Big Unit is greatest of this era, maybe of all-time


When ran a poll last week asking who the greatest 300 win pitcher of this generation was, I thought there would be a landslide winner. And I was right. Only the winner wasn’t Randy Johnson, as I thought it would be; it was Greg Maddux, the control-master who won 355 games before retiring following last season.

Put simple, this shocked me.

300 wins is 300 wins, so I’m not trying to put down any of the four guys on the list. I mean, you can’t really lose when deciding between a Mercedes and a Porsche. Roger Clemens would have received more votes had he not ruined his public image in the past year. Tom Glavine certainly goes down as one of the most reliable pitchers of any era. And Maddux is arguably the smartest pitcher in the history of the game.

But The Big Unit is clearly the Lamborghini of this group, the standout among standouts. No pitcher, heck no player, was as dominant in an era that will otherwise only be remembered for homeruns and steroids. As Barry Bonds was shattering baseball’s most sacred records at the plate, Johnson was winning four Cy Young Awards in a row, striking out over 354 hitters-per-season from 1999-2003.

Considering the time it took place, I’d argue that no pitcher in history had a better four-year stretch than Johnson did at the beginning of this decade, and that includes the four consecutive Cy Young Awards Maddux won from 1992-95.

The fact that Maddux wasn’t an overpowering figure probably subconsciously played a role in most voters’ decisions. We identity with a short right hander who wears glasses more than we do with the incredibly imposing Johnson. If, like me, you were a pitcher who lacked a fastball as a kid, Maddux was your hero, the exception to the rule that you needed to throw gas to be successful.

But Johnson was the head-turner. He was the pitcher everyone dreamed of being with the fastball everyone dreamed of having. His 2001 postseason is still one of the most unforgettable runs I’ve ever seen, when he went 5-0 over the course of the NLCS and World Series to lead Arizona past the Yankees in seven games.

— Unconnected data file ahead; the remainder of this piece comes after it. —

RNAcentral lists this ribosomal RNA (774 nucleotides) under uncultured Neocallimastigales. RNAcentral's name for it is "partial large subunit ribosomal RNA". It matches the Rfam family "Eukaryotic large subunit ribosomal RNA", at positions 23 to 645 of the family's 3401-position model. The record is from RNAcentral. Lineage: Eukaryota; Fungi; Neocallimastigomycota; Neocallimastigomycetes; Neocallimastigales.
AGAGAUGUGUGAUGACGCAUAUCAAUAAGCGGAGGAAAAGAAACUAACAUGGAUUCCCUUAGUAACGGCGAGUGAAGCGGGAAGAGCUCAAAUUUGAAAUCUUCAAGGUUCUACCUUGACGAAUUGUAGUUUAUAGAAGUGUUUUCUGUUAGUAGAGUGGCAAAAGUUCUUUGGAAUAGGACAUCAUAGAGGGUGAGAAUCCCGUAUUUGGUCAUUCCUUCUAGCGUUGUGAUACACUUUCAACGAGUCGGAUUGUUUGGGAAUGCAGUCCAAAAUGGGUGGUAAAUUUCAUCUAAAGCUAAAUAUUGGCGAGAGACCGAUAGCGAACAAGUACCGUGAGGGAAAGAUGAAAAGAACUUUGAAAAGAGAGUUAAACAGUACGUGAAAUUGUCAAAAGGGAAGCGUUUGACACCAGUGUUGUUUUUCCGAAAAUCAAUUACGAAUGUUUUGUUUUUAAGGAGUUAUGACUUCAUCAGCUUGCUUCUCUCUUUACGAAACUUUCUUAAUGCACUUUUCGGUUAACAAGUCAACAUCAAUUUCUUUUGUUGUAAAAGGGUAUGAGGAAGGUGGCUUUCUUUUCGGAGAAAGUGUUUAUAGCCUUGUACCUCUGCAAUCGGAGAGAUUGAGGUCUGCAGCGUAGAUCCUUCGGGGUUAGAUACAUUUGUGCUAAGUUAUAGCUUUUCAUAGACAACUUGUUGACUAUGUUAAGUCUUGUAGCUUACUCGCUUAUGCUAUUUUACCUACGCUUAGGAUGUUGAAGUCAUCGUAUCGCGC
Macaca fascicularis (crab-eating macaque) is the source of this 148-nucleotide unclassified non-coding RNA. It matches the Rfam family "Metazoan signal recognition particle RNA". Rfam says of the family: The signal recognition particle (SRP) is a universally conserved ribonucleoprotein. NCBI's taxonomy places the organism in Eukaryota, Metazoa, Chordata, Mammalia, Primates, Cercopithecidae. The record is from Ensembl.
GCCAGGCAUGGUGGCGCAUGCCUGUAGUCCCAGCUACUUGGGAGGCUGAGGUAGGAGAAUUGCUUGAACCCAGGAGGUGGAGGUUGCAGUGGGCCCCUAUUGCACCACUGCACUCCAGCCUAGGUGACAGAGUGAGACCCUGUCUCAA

Again, it’s not as though I want to downplay what Clemens or Glavine or Maddux accomplished. It’s that Johnson might very well be the best pitcher in the history of the game and he certainly should be recognized as the best of this era.


rob 9:54 AM, June 09, 2009  

i agree dan. maddux was awesome but johnson's the best

Keith 12:51 PM, June 09, 2009  

It's the same argument that people use to say that Nolan Ryan was great. Just because someone throws hard and has an imposing presence, doesn't make him the best. Maddux's best years (1992-98) are better than Johnson's (1997-2002). He had a better ERA, Adjusted ERA, WHIP, BB/9 innings. The only two ways Johnson had been better was in strikeouts and the 2001 postseason when he dominated. Other than that, Johnson's postseason career isn't any better than Maddux's, who is unfairly given a bad playoff picture label.

The fact is, Maddux's ability to dominate without being a power pitcher is more impressive than Johnson's. Johnson was supposed to dominate, but Maddux could put any pitch exactly where he wanted it to go back in his prime, Johnson could do that. Johnson, like Ryan thrived on the batter's fear, Maddux used his skill.

Dan McGowan 5:37 PM, June 09, 2009  

Game one of a playoff series, who do you start?

Has to be Johnson.

Maddux only made like three game one starts in all those years of making the playoffs. Most seasons Smoltz was considered more dominant than him.

Keith 2:16 AM, June 10, 2009  

Johnson didn't always start Game 1 either. Schilling took Game 1 and Game 7 in the 2001 WS. And the Yankees never started Johnson in a Game 1 either. Plus if you look at the 97, 98, 99 and 02 DS, they lost each series (Seattle, Houston and Arizona) because Johnson lost that Game 1.

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